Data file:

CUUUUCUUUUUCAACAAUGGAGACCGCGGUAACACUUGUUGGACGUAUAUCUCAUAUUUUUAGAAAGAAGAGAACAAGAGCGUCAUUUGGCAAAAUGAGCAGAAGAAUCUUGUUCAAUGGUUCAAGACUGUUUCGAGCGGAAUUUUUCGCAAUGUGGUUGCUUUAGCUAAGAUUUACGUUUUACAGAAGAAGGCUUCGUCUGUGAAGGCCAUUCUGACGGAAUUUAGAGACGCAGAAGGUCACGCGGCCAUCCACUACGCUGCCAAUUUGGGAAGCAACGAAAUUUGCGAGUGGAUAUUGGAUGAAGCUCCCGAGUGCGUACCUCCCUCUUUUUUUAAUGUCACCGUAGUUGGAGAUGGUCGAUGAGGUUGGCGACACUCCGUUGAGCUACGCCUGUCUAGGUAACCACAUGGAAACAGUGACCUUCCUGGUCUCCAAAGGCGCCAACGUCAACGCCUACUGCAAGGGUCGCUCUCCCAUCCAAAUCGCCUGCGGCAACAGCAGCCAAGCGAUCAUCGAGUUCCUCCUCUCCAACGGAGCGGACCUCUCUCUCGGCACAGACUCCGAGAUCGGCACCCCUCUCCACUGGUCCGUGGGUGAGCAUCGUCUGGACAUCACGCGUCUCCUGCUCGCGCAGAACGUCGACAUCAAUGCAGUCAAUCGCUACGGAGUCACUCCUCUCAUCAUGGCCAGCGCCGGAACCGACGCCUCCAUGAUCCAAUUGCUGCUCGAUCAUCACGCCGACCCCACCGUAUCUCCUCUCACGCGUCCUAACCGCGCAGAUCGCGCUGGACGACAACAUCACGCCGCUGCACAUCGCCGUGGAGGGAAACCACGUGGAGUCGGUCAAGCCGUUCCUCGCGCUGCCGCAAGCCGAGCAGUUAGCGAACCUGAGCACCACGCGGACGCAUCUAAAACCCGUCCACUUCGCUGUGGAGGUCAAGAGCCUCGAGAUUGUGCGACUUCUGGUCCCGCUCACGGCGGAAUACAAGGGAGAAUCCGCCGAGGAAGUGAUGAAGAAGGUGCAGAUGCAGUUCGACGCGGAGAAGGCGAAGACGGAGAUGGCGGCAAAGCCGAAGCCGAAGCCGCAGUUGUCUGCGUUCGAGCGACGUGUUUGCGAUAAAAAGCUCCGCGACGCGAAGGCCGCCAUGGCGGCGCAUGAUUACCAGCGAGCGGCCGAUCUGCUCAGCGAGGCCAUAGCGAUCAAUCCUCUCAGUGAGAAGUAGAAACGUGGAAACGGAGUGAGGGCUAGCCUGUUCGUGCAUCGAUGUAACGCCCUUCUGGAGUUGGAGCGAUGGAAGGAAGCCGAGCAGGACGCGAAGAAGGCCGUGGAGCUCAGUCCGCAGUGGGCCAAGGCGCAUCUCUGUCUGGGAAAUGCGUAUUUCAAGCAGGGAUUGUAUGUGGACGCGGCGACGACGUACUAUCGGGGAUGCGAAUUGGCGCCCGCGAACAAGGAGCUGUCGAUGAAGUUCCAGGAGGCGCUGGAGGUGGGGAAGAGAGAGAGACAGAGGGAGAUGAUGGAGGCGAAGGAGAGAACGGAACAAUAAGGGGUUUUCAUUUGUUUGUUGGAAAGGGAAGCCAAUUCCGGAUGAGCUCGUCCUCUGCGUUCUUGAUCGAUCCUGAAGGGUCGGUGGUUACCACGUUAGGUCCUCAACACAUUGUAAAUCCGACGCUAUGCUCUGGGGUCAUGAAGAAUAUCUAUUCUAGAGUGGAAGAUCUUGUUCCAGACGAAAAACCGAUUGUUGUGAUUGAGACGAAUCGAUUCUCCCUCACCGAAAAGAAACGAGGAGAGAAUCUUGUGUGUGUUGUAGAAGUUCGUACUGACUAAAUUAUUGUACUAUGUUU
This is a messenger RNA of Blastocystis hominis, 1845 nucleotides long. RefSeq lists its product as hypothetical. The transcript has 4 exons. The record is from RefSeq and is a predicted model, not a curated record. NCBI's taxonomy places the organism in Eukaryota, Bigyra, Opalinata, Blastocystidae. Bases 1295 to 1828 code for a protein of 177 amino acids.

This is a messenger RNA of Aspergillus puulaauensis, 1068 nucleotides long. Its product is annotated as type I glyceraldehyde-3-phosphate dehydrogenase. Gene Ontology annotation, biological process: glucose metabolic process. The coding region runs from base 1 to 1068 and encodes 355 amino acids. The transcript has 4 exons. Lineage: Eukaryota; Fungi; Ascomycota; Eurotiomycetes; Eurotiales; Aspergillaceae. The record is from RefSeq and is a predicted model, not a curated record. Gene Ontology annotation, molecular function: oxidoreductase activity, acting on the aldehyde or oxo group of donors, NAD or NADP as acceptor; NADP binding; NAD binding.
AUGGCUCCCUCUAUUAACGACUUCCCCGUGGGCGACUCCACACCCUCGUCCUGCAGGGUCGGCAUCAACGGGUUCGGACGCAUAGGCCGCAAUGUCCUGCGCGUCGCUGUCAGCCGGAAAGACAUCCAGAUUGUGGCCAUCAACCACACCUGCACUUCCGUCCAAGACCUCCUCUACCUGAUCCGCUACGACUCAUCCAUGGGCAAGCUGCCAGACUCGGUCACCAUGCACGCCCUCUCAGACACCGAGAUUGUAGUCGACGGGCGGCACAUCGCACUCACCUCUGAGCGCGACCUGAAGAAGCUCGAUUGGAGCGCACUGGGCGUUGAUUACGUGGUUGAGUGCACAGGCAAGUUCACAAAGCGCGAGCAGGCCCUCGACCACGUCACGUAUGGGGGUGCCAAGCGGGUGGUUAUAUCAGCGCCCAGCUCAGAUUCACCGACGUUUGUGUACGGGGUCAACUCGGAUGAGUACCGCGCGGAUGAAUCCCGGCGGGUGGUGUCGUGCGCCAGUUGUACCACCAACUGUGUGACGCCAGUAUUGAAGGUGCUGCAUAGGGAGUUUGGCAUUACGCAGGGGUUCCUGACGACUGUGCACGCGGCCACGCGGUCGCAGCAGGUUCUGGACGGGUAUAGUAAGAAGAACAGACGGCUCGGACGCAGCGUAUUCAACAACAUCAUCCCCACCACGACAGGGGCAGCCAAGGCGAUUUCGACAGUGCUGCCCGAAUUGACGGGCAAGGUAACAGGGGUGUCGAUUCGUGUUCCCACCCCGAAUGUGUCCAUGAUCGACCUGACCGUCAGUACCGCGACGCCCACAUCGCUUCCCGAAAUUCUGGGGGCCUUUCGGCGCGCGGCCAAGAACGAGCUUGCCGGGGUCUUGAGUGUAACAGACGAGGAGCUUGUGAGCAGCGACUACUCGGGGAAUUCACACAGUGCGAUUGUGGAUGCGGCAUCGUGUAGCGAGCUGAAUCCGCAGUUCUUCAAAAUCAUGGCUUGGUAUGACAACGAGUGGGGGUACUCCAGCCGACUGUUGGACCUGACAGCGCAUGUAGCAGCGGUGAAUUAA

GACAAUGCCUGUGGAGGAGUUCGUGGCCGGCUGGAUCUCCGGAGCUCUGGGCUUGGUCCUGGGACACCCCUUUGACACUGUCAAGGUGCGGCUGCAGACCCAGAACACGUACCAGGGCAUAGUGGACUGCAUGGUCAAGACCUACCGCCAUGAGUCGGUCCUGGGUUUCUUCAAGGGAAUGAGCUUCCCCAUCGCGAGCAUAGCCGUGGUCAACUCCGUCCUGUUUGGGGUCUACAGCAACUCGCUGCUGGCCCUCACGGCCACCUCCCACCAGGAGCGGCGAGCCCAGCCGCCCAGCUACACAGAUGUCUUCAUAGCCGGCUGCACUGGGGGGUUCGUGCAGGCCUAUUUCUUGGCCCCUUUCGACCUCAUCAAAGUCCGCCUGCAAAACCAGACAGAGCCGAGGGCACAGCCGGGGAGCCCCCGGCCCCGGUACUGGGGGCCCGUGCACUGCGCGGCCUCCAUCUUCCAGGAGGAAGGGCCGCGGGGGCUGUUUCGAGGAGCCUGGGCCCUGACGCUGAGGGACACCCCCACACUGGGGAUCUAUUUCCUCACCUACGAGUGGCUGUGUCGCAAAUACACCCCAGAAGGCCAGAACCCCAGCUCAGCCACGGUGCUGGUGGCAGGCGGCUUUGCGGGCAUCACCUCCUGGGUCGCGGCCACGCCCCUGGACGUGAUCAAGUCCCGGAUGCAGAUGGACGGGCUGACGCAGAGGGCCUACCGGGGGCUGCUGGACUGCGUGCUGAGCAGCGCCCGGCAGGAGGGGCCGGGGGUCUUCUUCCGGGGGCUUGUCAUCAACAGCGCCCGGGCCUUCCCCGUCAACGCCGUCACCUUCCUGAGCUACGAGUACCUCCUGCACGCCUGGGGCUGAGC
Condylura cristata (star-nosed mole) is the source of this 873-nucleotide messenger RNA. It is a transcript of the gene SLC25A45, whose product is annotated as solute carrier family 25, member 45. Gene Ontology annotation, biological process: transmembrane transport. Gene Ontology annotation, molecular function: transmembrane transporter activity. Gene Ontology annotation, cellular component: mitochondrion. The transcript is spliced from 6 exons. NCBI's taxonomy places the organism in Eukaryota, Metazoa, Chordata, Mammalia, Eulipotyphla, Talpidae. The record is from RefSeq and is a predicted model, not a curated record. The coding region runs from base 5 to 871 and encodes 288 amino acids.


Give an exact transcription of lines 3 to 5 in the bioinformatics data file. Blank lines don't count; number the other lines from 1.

This is a messenger RNA of Aspergillus puulaauensis, 1068 nucleotides long. Its product is annotated as type I glyceraldehyde-3-phosphate dehydrogenase. Gene Ontology annotation, biological process: glucose metabolic process. The coding region runs from base 1 to 1068 and encodes 355 amino acids. The transcript has 4 exons. Lineage: Eukaryota; Fungi; Ascomycota; Eurotiomycetes; Eurotiales; Aspergillaceae. The record is from RefSeq and is a predicted model, not a curated record. Gene Ontology annotation, molecular function: oxidoreductase activity, acting on the aldehyde or oxo group of donors, NAD or NADP as acceptor; NADP binding; NAD binding.
AUGGCUCCCUCUAUUAACGACUUCCCCGUGGGCGACUCCACACCCUCGUCCUGCAGGGUCGGCAUCAACGGGUUCGGACGCAUAGGCCGCAAUGUCCUGCGCGUCGCUGUCAGCCGGAAAGACAUCCAGAUUGUGGCCAUCAACCACACCUGCACUUCCGUCCAAGACCUCCUCUACCUGAUCCGCUACGACUCAUCCAUGGGCAAGCUGCCAGACUCGGUCACCAUGCACGCCCUCUCAGACACCGAGAUUGUAGUCGACGGGCGGCACAUCGCACUCACCUCUGAGCGCGACCUGAAGAAGCUCGAUUGGAGCGCACUGGGCGUUGAUUACGUGGUUGAGUGCACAGGCAAGUUCACAAAGCGCGAGCAGGCCCUCGACCACGUCACGUAUGGGGGUGCCAAGCGGGUGGUUAUAUCAGCGCCCAGCUCAGAUUCACCGACGUUUGUGUACGGGGUCAACUCGGAUGAGUACCGCGCGGAUGAAUCCCGGCGGGUGGUGUCGUGCGCCAGUUGUACCACCAACUGUGUGACGCCAGUAUUGAAGGUGCUGCAUAGGGAGUUUGGCAUUACGCAGGGGUUCCUGACGACUGUGCACGCGGCCACGCGGUCGCAGCAGGUUCUGGACGGGUAUAGUAAGAAGAACAGACGGCUCGGACGCAGCGUAUUCAACAACAUCAUCCCCACCACGACAGGGGCAGCCAAGGCGAUUUCGACAGUGCUGCCCGAAUUGACGGGCAAGGUAACAGGGGUGUCGAUUCGUGUUCCCACCCCGAAUGUGUCCAUGAUCGACCUGACCGUCAGUACCGCGACGCCCACAUCGCUUCCCGAAAUUCUGGGGGCCUUUCGGCGCGCGGCCAAGAACGAGCUUGCCGGGGUCUUGAGUGUAACAGACGAGGAGCUUGUGAGCAGCGACUACUCGGGGAAUUCACACAGUGCGAUUGUGGAUGCGGCAUCGUGUAGCGAGCUGAAUCCGCAGUUCUUCAAAAUCAUGGCUUGGUAUGACAACGAGUGGGGGUACUCCAGCCGACUGUUGGACCUGACAGCGCAUGUAGCAGCGGUGAAUUAA

GACAAUGCCUGUGGAGGAGUUCGUGGCCGGCUGGAUCUCCGGAGCUCUGGGCUUGGUCCUGGGACACCCCUUUGACACUGUCAAGGUGCGGCUGCAGACCCAGAACACGUACCAGGGCAUAGUGGACUGCAUGGUCAAGACCUACCGCCAUGAGUCGGUCCUGGGUUUCUUCAAGGGAAUGAGCUUCCCCAUCGCGAGCAUAGCCGUGGUCAACUCCGUCCUGUUUGGGGUCUACAGCAACUCGCUGCUGGCCCUCACGGCCACCUCCCACCAGGAGCGGCGAGCCCAGCCGCCCAGCUACACAGAUGUCUUCAUAGCCGGCUGCACUGGGGGGUUCGUGCAGGCCUAUUUCUUGGCCCCUUUCGACCUCAUCAAAGUCCGCCUGCAAAACCAGACAGAGCCGAGGGCACAGCCGGGGAGCCCCCGGCCCCGGUACUGGGGGCCCGUGCACUGCGCGGCCUCCAUCUUCCAGGAGGAAGGGCCGCGGGGGCUGUUUCGAGGAGCCUGGGCCCUGACGCUGAGGGACACCCCCACACUGGGGAUCUAUUUCCUCACCUACGAGUGGCUGUGUCGCAAAUACACCCCAGAAGGCCAGAACCCCAGCUCAGCCACGGUGCUGGUGGCAGGCGGCUUUGCGGGCAUCACCUCCUGGGUCGCGGCCACGCCCCUGGACGUGAUCAAGUCCCGGAUGCAGAUGGACGGGCUGACGCAGAGGGCCUACCGGGGGCUGCUGGACUGCGUGCUGAGCAGCGCCCGGCAGGAGGGGCCGGGGGUCUUCUUCCGGGGGCUUGUCAUCAACAGCGCCCGGGCCUUCCCCGUCAACGCCGUCACCUUCCUGAGCUACGAGUACCUCCUGCACGCCUGGGGCUGAGC